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The ABCs of What I Can Be

The ABCs of What I Can Be


The ABCs of What I Can Be

About the Book

Part alphabet book, part dress-up, and part career book-- and all fun, from A to Z!

ABC. . . . What can I be?

The possibilities are nearly endless-- and in this fun picture book, an inclusive group of kids play-acts all sorts of occupations. Dressing in grown-up work clothes, the children try out some familiar roles, like artist and athlete for A, and some less-common ones-- from beekeeper and biochemist to zipper-maker and Zumba instructor.

With a hundred different jobs and interests represented, Caitlin McDonagh's bright illustrations are filled with funny, hidden details that will bring sharp-eyed readers back again and again.

This imaginative, joyful picture book shares a wonderful message about exploring all the possibilities, and opens up all kinds of discussions about the careers people embark upon-- while also reinforcing basic reading skills. Perfect for reading aloud and sure to spark imaginative play!

Product Details

On sale: December 8, 2020
Age: 3-7 years
Grade: Preschool - 2
Page count: 40 Pages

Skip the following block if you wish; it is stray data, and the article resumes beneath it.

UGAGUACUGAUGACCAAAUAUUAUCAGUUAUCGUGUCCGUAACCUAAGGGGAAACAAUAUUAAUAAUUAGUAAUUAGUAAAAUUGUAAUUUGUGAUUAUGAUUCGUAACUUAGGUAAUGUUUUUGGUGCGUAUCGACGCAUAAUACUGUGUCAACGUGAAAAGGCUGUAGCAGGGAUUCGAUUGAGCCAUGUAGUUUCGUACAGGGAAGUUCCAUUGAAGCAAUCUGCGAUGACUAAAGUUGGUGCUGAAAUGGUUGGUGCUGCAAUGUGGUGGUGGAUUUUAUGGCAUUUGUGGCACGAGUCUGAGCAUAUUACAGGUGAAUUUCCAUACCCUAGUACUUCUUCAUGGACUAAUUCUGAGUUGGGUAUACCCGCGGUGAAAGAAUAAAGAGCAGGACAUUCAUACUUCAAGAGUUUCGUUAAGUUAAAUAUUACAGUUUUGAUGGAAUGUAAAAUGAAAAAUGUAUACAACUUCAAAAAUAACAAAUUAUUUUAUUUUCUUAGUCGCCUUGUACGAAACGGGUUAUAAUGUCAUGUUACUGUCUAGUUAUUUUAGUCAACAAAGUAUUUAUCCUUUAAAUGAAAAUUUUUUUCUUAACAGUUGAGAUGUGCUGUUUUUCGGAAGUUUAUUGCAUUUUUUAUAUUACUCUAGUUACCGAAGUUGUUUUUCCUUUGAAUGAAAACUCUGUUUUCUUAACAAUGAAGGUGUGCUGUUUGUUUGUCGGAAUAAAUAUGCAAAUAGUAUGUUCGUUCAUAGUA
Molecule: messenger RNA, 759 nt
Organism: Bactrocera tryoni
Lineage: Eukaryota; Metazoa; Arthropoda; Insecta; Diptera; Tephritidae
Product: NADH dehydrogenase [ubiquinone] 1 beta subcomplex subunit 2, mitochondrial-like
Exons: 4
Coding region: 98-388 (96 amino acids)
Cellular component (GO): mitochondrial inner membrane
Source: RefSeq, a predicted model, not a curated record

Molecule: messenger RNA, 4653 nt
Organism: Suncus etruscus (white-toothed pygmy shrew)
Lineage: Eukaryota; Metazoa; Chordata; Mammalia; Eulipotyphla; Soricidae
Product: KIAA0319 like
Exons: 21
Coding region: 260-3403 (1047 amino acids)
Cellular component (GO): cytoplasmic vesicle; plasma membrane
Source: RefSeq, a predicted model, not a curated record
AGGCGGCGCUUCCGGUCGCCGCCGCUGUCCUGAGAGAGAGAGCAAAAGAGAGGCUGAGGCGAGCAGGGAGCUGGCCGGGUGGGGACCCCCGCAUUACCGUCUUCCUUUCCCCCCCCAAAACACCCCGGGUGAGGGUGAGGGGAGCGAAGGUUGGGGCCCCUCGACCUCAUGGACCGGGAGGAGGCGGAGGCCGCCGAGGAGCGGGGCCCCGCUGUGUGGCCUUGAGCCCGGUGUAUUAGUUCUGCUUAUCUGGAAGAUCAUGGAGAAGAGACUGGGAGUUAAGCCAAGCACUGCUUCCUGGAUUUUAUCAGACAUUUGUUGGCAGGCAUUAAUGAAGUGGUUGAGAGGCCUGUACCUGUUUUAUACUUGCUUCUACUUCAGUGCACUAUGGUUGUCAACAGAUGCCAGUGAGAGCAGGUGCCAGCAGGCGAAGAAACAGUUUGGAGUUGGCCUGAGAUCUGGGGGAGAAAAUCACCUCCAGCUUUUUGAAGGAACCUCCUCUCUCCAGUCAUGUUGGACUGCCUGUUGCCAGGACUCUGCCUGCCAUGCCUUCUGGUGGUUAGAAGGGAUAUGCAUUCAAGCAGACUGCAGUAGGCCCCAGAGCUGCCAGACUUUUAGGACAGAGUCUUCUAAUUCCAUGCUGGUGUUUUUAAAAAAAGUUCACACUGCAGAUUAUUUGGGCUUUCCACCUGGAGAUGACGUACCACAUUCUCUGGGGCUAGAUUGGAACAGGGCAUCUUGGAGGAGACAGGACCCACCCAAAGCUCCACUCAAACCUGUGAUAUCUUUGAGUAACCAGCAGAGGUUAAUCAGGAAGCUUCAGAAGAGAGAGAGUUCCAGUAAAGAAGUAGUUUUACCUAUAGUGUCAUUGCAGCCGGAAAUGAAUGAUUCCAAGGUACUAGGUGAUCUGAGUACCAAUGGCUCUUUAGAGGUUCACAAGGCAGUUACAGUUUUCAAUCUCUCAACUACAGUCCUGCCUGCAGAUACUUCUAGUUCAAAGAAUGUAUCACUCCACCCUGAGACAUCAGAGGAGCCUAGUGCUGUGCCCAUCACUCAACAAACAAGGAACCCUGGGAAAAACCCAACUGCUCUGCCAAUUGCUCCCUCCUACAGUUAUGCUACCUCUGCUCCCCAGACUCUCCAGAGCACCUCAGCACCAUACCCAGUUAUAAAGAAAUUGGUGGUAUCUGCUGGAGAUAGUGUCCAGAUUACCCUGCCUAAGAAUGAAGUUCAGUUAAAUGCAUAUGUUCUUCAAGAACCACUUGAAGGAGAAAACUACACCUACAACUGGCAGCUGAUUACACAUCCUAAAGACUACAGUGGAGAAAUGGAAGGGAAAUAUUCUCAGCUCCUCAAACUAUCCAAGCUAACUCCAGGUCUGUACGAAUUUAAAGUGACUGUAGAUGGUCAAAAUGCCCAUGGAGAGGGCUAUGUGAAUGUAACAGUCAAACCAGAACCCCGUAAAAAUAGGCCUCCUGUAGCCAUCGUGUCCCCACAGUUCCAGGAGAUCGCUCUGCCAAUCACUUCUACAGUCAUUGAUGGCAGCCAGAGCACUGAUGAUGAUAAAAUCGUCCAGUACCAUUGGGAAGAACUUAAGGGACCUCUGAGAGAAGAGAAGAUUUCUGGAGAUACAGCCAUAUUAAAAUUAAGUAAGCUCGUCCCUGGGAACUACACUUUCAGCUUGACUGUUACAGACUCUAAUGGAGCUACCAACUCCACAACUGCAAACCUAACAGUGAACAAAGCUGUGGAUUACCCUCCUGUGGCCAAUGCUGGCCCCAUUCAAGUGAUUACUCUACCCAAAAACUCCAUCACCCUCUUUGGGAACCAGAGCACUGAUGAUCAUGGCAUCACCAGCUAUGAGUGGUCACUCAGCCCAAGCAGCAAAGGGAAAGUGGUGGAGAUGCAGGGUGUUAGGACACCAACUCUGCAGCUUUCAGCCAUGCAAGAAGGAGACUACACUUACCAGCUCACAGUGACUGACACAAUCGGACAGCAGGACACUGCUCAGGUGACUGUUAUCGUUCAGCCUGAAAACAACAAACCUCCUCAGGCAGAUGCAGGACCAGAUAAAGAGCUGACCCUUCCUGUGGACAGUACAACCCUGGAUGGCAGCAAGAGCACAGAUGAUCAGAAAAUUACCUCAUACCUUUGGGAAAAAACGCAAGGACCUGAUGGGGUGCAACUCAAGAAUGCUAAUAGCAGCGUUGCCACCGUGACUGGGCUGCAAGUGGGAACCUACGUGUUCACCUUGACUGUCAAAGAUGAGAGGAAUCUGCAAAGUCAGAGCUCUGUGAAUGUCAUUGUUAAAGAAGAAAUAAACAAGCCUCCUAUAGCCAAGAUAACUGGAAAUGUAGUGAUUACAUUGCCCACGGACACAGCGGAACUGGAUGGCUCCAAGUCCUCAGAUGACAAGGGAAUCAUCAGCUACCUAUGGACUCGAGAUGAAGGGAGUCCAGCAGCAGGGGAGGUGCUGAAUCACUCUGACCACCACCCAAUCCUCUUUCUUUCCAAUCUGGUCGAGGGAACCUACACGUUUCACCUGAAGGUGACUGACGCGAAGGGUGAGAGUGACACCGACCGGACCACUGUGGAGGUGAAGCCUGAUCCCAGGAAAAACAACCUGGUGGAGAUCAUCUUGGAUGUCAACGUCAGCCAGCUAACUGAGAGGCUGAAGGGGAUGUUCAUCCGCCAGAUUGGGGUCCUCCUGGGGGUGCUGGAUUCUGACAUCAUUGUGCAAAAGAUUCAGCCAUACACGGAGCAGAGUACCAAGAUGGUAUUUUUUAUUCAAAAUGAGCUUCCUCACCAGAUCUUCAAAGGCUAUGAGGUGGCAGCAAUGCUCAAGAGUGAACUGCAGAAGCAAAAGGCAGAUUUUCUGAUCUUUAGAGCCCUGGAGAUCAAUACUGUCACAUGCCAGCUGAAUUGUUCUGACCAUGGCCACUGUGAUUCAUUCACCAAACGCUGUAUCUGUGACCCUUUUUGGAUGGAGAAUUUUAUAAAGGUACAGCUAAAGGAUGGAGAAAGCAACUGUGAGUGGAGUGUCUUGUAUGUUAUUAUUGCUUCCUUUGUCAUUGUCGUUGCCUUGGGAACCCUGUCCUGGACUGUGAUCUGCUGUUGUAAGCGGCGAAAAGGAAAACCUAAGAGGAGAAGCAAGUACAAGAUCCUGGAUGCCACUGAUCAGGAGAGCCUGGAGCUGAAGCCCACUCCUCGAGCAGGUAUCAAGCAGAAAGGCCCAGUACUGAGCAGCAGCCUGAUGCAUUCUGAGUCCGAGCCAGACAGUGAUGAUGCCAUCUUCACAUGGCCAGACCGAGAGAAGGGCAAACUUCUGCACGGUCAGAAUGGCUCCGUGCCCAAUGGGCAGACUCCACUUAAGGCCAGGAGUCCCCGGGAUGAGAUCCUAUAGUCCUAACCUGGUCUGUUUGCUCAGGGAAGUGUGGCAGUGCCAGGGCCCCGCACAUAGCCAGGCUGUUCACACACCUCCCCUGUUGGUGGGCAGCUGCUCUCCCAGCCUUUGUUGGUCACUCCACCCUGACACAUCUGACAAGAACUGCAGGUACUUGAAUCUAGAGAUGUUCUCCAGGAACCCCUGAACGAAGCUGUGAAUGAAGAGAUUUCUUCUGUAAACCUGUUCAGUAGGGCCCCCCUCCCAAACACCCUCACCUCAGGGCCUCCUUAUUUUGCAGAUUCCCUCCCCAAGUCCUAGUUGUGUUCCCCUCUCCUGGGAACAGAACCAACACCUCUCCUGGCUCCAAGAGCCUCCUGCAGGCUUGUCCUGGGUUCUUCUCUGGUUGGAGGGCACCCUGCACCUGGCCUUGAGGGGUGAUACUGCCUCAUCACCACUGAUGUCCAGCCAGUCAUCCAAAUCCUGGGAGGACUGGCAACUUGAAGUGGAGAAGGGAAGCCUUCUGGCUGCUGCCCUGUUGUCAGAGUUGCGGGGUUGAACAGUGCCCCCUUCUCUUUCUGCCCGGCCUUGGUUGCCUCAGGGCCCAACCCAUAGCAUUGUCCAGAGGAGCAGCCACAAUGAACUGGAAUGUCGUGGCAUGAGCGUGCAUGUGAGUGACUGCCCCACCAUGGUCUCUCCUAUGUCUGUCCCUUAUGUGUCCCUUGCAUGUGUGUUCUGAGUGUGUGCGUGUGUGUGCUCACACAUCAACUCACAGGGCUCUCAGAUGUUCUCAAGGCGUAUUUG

ISBN: 9780823447367

Author Bio

A Magna Cum Laude graduate of The Fashion Institute of Technology, Caitlin McDonagh was a student of award-winning Holiday House author and illustrator Eric Velasquez, who has been her mentor. The ABCs of What I Can Be is her first picture book.


"Diverse children act out 100 different careers, organized alphabetically from 'astronaut' to 'Zumba instructor' . . . Readers will love choosing their favorite."Kirkus Reviews

"This alphabet of occupations and hobbies features a diverse cast of children, depicted in appealing panels, exploring jobs spanning from artist to zumba instructor. . . . Libraries and schools looking for distinct alphabet books, or ways to introduce various occupations will find this a pleasant addition."School Library Journal

"Artist, doctor, firefighter, plumber, chef, police officer, soldier, or teacher might appear on many children's lists of potential adult jobs, but what about upholsterer, biochemist, zipper maker, mathematician, oil rigger, or yodeler? This charming occupational exploration ranges from the familiar to the fanciful (though all are actual jobs), suggesting many directions for children to consider. . . . The large variety of activities may provoke serious contemplation about future possibilities, while the funny situations on some pages keep the tone light." —Booklist